Trip to Guatemala – Part 6

This country has many volcanoes, so when I learned that my language school was sponsoring a walking trip to a lake in the crater of a volcano, I was interested. This would be an extinct volcano, of course.

The name of the volcano and lake is Chicabal (also spelled Chikabal).

So Melanie, JoLene and I showed up at the school at 7:30 on Saturday, August 22, to join a group of 14 for this excursion.

As we walked several blocks to meet the bus, Melanie twisted her ankle painfully but resovled to go on. However, after several minutes on the bus the pain was not going away, and she realized she was not up to a long hike in the mountains, so she and JoLene went back to the apartment while I continued with the group.

We arrived at the town of San Martin and started our hike. I was amazed at how the farmers plant crops on the steep slopes of the mountains.


I was a bit nervous about how strenouous this trip would be. When I first heard about the walk, I understood that this would be a one and a half hour jaunt. Now our guide was saying it was two and a half, one way. I thought, “I will go as far as I can.”

From the first the walk was daunting – steep hills up and down and crossing a steep, high mountain. We rested often, and for part of the way I paid a woodcutter to haul seven of us in his pickup to the entrance of the volcano park. Five of us rode in the back of the pickup on scattered wood and plastic bags.

We had come 7 kilometres (4 1/2 miles) from San Martin to the park.

By this time I was quite tired of walking and knew I had to walk the 4 1/2 miles back, but why come this far and miss the crater and lake? All the others were intent on going forward, so I joined them – one more mile up the side of the volcano to a lookout on the rim and then down into the crater.

This sign shows the route up and down.


On the sign “Mirador” means Lookout, and Laguna means lagoon or lake.

The climb up the volcano was now steeper than anything we had seen so far. When we got to the lookout on the rim, you can imagine our disappointment when all we saw was fog! What is the point of going down into the crater if all we will see there is this fog? But by this time a cheerful madness had ovetaken us, and we decided to continue the adventure.

The descent was even steeper than the ascent. Fortunately we had man-made steps and handrails. the descent took 15 or 20 minutes.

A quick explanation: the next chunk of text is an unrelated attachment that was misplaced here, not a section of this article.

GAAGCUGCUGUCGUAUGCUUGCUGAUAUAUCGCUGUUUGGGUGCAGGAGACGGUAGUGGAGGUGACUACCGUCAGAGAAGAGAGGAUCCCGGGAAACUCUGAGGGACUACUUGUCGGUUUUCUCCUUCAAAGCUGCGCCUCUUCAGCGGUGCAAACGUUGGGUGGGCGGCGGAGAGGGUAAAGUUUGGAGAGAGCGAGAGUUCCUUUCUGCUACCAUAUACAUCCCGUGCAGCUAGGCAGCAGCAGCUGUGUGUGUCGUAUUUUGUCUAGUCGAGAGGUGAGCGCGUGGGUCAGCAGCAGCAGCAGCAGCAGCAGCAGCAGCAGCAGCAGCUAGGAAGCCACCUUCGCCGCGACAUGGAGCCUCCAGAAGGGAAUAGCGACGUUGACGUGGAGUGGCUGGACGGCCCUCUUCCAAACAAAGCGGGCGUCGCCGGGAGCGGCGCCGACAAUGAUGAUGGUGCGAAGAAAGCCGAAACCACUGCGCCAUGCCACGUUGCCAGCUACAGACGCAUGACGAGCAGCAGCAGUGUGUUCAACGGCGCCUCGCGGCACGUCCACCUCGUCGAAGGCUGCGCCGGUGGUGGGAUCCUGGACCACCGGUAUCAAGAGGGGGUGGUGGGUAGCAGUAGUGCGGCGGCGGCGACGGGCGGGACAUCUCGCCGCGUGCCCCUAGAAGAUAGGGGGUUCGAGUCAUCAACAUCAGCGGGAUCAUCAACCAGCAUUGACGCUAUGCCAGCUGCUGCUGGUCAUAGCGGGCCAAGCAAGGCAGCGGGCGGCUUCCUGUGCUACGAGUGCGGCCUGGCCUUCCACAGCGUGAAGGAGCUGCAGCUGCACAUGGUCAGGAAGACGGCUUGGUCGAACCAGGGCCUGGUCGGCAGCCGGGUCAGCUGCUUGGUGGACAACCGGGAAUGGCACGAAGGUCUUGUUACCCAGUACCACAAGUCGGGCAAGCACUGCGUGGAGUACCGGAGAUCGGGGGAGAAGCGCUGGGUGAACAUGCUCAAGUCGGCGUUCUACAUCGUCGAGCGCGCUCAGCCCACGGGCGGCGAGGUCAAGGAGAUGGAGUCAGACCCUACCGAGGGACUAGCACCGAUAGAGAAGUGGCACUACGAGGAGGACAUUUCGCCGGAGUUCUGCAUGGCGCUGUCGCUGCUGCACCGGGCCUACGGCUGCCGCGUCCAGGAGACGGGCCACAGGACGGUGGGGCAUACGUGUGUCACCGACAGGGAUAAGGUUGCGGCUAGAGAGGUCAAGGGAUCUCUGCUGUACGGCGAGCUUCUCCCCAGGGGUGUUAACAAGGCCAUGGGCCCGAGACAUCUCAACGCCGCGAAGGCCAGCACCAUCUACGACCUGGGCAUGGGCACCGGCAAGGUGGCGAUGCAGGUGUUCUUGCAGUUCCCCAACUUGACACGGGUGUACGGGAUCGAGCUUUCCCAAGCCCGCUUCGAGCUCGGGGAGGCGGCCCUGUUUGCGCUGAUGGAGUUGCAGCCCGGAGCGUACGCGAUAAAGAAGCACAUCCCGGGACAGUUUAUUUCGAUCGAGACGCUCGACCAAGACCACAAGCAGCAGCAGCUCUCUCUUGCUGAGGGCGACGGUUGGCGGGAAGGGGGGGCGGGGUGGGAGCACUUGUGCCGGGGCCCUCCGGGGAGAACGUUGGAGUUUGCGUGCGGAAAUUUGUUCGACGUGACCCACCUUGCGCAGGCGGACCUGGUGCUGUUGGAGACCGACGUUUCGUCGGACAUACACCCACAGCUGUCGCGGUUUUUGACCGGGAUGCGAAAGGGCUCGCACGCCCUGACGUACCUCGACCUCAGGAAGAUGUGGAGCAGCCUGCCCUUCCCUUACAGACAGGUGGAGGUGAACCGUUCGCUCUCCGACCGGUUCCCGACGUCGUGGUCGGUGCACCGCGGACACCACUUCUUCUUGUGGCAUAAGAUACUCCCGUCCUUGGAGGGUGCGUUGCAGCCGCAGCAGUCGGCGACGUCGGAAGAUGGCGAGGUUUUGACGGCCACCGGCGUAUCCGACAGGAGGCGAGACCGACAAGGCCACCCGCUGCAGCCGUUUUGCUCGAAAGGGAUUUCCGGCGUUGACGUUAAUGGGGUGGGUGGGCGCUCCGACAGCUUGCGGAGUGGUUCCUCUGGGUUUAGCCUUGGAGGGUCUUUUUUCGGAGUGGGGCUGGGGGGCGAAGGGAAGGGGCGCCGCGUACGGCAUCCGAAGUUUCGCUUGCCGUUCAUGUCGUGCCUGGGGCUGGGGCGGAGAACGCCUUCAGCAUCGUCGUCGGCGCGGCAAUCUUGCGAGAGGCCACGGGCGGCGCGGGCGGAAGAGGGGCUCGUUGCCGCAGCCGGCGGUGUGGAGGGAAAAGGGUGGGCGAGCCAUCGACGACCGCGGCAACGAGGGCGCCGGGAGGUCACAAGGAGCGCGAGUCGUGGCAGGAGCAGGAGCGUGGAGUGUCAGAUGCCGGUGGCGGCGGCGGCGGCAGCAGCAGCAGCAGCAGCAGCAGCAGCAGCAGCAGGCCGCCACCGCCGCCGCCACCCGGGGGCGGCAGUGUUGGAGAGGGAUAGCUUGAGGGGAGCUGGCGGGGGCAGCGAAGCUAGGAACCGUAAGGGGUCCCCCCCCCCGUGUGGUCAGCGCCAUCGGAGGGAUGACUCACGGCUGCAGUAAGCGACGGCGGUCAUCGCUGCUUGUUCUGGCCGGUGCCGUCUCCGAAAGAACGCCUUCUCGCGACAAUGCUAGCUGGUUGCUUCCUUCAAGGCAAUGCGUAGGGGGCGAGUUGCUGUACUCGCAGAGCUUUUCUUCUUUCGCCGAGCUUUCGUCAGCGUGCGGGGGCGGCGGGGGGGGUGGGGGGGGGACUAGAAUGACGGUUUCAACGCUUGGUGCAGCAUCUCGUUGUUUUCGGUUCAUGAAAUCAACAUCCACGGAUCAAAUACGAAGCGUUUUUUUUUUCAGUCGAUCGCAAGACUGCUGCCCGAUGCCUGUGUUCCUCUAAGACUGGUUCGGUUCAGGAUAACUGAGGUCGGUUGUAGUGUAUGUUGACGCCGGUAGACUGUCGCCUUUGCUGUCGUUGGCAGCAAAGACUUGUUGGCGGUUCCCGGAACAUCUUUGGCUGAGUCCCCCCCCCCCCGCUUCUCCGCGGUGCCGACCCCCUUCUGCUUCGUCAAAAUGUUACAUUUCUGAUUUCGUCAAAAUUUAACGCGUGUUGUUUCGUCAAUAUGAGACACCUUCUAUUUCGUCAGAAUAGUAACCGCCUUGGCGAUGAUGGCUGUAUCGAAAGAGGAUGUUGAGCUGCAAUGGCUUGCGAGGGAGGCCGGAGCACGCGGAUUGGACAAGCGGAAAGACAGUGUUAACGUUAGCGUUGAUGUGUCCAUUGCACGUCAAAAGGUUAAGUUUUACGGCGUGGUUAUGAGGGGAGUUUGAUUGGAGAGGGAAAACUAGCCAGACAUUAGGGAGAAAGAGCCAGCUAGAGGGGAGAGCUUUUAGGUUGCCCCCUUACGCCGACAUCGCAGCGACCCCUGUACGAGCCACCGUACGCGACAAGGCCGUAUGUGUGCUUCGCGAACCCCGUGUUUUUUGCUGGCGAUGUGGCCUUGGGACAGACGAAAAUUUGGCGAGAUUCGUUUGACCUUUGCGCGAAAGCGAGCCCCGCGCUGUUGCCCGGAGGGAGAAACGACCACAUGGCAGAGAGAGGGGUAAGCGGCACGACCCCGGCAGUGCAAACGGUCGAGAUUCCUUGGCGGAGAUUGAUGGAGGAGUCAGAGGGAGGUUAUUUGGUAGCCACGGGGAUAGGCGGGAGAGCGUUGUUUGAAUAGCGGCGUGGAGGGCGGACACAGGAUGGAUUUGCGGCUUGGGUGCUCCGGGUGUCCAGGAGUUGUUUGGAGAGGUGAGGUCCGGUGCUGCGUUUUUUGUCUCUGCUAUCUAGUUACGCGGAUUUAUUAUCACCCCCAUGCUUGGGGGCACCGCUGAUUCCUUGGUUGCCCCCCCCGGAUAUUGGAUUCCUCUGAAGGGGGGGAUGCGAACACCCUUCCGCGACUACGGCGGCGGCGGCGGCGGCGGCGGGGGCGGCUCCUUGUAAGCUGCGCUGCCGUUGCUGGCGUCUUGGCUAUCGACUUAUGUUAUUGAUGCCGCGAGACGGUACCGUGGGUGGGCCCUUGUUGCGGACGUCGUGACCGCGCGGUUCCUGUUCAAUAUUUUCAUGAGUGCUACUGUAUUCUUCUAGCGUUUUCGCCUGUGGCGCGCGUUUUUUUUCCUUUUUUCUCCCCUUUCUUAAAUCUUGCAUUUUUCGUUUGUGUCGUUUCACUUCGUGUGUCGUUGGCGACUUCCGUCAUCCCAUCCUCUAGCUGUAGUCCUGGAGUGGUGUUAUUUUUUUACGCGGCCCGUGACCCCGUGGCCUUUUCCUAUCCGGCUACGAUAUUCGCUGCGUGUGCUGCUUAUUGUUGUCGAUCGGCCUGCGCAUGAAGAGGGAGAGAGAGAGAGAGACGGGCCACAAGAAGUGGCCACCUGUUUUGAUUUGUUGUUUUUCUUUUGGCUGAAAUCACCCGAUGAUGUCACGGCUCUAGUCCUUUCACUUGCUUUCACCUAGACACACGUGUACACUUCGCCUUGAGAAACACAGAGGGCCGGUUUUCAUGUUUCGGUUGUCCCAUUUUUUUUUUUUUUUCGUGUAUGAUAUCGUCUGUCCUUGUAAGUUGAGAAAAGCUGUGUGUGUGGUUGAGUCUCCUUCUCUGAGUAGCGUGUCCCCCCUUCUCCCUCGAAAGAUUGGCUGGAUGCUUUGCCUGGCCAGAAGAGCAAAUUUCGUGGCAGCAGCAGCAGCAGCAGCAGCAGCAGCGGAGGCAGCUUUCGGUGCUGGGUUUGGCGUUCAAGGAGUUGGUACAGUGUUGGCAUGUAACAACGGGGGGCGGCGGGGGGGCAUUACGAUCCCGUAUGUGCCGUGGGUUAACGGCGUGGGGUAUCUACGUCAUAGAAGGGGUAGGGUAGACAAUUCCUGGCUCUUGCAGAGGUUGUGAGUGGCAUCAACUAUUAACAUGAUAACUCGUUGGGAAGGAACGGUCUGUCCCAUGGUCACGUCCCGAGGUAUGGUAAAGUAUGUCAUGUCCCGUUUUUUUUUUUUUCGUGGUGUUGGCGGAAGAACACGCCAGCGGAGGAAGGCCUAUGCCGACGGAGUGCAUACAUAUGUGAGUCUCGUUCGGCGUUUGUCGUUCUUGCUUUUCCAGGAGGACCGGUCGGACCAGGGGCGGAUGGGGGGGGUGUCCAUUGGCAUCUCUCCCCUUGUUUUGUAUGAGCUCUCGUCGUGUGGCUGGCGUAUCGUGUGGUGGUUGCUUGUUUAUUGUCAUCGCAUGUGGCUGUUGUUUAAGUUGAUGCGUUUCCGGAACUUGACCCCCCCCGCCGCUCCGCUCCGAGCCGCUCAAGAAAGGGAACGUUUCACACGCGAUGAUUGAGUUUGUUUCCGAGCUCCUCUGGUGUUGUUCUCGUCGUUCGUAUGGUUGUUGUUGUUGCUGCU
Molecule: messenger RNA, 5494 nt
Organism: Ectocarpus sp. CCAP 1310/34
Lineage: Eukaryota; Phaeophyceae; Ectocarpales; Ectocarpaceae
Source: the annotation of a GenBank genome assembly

The volcano is covered with dense forest both on the “outside” and in the crater.

At the lakeside we saw only dense fog and were keenly disappointed, but soon the fog lifted and we saw a beautiful lake, much smaller than we had imagined.


After only five minutes the clouds descended again, and all we could see was the shore.

The volcano and lake are sacred to the Mayans, so no swimming is allowed in the lake. There are two Mayan altars still in place on the shore.


After resting on the grass and eating our snacks, we start up the caldera again, this time by a different route, which is a narrow dirt path without benefit of the wooden steps we had on our way down.

I wondered how I could make the return trip, but somehow I did it. Fortunately, much of the return is downhill, so, surprisingly, the hike back to the village of San Martin and the van bus took only an hour and a half.

I got back to Melanie’s apartment in Xela at 4:00.

The interaction with others in our group was stimulating. Most of the group were from US. I especially enjoyed two children, brothers who were with their parents, from Minnesota. The boys were ages 7 and 5. How they made the hike without complaining I do not know, but they did it. My estimation of them is of the highest level.

I expected the forest to be full of birds, and I was eager to add new species to my life list. To my surprise and disapointment, most of the time the forest was silent. I saw only four species, three of them already known to me and the fourth being an unidentifiable hummingbird. Such are the vicissitudes of birding.

The hike was by far the longest and most difficult I have ever expereinced, but I was glad I went. Throughout the day I was praising the Creator for the glory of the world he has made.

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2 Responses

  1. Your foggy trip reminds me of our several hour journey to see Mt. St. Helens in Washington state. After finally arriving at the visitors’s center we were guided to an auditorium facing a wall covered by heavy drapes. After a narrative and music, the huge drapery dramatically parted to reveal only dense fog. The fog never lifted that day. Although this was disappointing, we had not made any investment in physical exertion as you did. Such is life. “For now we see through a glass, darkly; but then face to face: now I know in part; but then shall I know even as also I am known.”

    • Yes, life has so many disappointments, encouragements and experiences pointing us to God.

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